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WW1 Thornycroft restoration

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Thanks Ed!

It is a real pain living 200 miles from the project as I can't nip out and do some little job. They all have to be planned in for the occasional visits. Oh well. I have now completed the last pattern, number 32. The is for the hot air duct elbow which mounts on top of the exhaust maniflod and directs hot air into the carburettor. It is not needed with volatile modern fuels but we will fit it for completion sake.DSCN5786.JPG.1d2e1cf0a02c63193cbc8ff37827848b.JPG

Firstly , the elbow. I have tried Terry Harper's recommended procedure of turning up a doughnut shape and then cutting it into chunks before gluing the bits together into an elbow.

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Glued up and on the flange, previously cut from MDF.

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Then a quick rummage for a chunk of hardwood for the main part of it.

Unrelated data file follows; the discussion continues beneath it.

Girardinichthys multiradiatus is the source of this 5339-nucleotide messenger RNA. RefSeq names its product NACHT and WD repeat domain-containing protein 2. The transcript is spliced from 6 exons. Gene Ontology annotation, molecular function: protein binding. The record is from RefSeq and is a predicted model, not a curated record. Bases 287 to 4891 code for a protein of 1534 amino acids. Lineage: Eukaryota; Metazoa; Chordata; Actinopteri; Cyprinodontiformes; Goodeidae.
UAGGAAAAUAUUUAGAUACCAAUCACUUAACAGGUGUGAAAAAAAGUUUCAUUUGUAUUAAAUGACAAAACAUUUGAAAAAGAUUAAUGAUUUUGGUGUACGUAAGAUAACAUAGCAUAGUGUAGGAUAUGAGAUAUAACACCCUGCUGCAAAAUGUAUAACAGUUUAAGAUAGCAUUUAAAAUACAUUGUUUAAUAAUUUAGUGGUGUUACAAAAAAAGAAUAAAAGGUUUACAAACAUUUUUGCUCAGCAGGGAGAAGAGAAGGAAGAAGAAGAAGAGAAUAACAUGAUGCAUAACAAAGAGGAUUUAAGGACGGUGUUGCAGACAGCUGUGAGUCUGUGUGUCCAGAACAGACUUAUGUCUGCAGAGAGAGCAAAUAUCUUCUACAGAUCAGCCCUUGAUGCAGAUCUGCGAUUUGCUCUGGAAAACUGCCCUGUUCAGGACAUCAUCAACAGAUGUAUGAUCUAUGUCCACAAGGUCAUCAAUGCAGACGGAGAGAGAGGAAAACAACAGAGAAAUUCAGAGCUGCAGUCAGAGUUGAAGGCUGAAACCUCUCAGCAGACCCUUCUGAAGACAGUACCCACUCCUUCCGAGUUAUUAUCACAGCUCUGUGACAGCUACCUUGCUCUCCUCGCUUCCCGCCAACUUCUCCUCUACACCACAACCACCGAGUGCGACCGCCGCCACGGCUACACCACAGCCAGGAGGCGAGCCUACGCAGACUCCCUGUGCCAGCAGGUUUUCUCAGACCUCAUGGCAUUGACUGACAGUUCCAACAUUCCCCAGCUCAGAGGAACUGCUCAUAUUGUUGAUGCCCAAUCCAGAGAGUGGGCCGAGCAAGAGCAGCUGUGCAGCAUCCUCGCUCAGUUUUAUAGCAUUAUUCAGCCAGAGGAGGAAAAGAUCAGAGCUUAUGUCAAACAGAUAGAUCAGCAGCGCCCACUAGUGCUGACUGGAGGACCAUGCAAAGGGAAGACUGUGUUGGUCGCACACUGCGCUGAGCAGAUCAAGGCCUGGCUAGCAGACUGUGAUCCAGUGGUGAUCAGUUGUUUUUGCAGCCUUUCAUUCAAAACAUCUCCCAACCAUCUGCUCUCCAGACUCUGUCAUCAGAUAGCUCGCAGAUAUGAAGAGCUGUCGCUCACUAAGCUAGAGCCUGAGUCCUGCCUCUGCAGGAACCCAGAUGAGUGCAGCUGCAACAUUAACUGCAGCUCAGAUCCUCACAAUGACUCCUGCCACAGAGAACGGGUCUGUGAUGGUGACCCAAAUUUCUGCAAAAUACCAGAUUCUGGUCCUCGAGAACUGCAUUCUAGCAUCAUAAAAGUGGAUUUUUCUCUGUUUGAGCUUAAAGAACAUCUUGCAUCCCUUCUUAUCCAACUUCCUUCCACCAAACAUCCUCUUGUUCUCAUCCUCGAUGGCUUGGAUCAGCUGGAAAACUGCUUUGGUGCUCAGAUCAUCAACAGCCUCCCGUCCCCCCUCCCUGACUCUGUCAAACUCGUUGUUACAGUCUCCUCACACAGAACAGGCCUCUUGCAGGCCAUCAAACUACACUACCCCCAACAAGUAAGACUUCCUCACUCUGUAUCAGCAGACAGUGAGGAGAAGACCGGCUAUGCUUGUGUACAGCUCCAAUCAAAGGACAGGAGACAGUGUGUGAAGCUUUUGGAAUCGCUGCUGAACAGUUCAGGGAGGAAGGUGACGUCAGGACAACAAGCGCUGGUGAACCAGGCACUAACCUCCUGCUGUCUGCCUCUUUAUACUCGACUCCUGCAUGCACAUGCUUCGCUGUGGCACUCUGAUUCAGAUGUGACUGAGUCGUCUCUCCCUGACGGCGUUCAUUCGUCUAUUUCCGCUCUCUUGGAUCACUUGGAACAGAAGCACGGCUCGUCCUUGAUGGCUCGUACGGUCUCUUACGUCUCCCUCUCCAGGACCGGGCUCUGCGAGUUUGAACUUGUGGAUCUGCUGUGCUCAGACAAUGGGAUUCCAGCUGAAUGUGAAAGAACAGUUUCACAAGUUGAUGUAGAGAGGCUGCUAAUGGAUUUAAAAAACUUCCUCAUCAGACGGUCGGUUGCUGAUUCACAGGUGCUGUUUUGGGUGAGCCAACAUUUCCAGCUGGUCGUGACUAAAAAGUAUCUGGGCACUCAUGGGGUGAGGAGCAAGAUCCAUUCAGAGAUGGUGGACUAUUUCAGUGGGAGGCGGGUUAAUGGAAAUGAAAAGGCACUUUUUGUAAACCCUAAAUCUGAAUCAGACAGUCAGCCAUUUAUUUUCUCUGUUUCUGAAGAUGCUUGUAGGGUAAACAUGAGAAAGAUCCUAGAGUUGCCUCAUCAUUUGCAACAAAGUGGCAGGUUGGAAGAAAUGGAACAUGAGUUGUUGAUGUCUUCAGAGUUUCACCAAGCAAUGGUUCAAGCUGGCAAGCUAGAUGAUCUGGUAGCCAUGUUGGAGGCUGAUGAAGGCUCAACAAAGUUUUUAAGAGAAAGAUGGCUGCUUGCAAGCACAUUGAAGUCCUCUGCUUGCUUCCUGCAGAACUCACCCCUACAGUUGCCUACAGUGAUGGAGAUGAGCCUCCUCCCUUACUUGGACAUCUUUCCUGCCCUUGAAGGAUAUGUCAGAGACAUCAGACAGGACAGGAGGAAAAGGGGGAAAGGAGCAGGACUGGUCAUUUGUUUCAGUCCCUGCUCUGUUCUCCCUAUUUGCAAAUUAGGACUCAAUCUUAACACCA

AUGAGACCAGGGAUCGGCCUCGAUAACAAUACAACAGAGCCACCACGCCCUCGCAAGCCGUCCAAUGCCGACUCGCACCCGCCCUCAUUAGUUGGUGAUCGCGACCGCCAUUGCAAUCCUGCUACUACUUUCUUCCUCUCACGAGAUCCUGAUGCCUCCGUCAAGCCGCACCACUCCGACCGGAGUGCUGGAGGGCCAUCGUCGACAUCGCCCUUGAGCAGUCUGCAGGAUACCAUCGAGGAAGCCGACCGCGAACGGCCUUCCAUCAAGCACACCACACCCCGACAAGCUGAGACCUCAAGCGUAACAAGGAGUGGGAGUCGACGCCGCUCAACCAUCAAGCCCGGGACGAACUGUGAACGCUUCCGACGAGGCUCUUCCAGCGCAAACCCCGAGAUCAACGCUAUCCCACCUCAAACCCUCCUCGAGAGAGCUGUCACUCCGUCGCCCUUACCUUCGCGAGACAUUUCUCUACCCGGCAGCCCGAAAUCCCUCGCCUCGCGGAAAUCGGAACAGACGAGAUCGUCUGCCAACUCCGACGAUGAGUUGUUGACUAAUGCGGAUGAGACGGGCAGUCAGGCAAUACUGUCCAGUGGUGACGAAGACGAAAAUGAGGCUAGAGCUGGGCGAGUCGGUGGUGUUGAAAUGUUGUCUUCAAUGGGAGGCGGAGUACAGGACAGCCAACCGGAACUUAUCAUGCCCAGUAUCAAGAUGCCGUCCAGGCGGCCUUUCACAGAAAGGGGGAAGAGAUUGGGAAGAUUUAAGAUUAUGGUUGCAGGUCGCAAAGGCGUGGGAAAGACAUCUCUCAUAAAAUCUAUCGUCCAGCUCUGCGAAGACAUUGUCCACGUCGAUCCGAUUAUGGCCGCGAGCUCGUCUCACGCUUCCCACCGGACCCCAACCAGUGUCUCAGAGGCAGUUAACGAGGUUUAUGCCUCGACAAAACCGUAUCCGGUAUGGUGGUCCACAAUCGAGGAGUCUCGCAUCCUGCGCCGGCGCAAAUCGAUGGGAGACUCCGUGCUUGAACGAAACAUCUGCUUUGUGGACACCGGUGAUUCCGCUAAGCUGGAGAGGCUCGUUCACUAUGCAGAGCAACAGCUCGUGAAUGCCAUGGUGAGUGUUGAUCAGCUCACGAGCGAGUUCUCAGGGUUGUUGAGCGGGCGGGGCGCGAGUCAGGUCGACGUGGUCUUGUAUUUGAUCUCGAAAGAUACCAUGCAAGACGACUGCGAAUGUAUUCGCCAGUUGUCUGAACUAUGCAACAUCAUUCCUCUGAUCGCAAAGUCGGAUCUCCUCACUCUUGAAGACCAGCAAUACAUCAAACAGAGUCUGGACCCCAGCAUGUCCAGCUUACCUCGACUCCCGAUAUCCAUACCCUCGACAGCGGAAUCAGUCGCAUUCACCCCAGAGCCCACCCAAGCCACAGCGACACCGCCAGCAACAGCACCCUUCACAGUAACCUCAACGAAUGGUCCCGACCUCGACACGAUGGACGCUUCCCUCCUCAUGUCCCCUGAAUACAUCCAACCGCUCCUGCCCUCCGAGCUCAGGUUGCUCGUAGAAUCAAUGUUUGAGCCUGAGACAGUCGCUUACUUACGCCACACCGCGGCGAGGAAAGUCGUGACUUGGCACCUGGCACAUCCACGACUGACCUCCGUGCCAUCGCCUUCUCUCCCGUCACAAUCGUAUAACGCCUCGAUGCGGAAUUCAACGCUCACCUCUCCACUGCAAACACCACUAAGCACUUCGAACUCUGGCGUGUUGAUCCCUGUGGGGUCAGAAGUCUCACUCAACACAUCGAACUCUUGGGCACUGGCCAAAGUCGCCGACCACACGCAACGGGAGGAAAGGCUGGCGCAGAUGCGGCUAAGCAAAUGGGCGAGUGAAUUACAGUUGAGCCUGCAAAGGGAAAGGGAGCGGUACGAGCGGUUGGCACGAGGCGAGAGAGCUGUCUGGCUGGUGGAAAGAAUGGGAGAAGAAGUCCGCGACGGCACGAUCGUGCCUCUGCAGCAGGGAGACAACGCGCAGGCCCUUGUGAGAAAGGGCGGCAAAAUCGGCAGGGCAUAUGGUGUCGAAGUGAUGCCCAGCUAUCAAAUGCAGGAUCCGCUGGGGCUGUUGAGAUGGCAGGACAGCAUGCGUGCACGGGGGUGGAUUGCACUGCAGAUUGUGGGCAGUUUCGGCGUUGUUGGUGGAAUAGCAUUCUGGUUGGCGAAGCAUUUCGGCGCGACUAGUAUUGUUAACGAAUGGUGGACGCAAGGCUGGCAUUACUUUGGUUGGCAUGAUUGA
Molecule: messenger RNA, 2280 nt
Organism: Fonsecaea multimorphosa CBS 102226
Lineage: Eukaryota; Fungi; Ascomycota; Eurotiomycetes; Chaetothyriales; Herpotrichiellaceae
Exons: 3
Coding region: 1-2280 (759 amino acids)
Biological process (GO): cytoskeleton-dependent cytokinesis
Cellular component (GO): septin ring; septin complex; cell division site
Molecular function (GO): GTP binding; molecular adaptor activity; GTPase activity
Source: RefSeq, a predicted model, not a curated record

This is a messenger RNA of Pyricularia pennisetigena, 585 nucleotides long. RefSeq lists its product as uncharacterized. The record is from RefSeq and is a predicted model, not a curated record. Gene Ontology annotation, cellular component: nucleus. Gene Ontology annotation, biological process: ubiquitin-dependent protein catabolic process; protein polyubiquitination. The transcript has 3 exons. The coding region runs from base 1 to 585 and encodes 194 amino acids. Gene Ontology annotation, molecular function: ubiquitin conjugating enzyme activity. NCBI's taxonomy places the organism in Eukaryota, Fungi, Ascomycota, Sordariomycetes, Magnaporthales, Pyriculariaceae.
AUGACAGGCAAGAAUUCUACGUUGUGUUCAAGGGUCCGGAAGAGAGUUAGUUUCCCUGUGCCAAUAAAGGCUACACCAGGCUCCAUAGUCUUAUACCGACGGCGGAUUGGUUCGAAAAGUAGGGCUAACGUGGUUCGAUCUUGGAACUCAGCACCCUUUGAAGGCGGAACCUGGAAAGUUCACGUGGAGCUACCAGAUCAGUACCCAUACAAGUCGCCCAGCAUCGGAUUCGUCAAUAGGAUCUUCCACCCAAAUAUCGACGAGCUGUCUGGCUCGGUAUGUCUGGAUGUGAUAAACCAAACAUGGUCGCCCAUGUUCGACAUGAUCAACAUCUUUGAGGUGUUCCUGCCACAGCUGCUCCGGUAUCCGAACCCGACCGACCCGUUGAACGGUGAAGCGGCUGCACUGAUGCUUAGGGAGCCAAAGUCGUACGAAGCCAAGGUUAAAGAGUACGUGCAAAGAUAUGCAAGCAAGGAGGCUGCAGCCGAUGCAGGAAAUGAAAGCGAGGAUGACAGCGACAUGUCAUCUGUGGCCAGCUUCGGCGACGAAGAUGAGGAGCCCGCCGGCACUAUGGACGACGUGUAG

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MDF again for the flange on which the HT lead tube is mounted.

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Glue up and some filler for the corners.

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Twenty minutes with the Dremel and some sanding drums to dress.

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Drill through the core prints for some location pegs.

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And saw it in half. I don't like this bit!

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I attached some thin ply to both surfaces to allow for the material lost to the saw cut.

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Dress off with the Dremel again.

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More MDF glued up to make the core box.

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Marked out.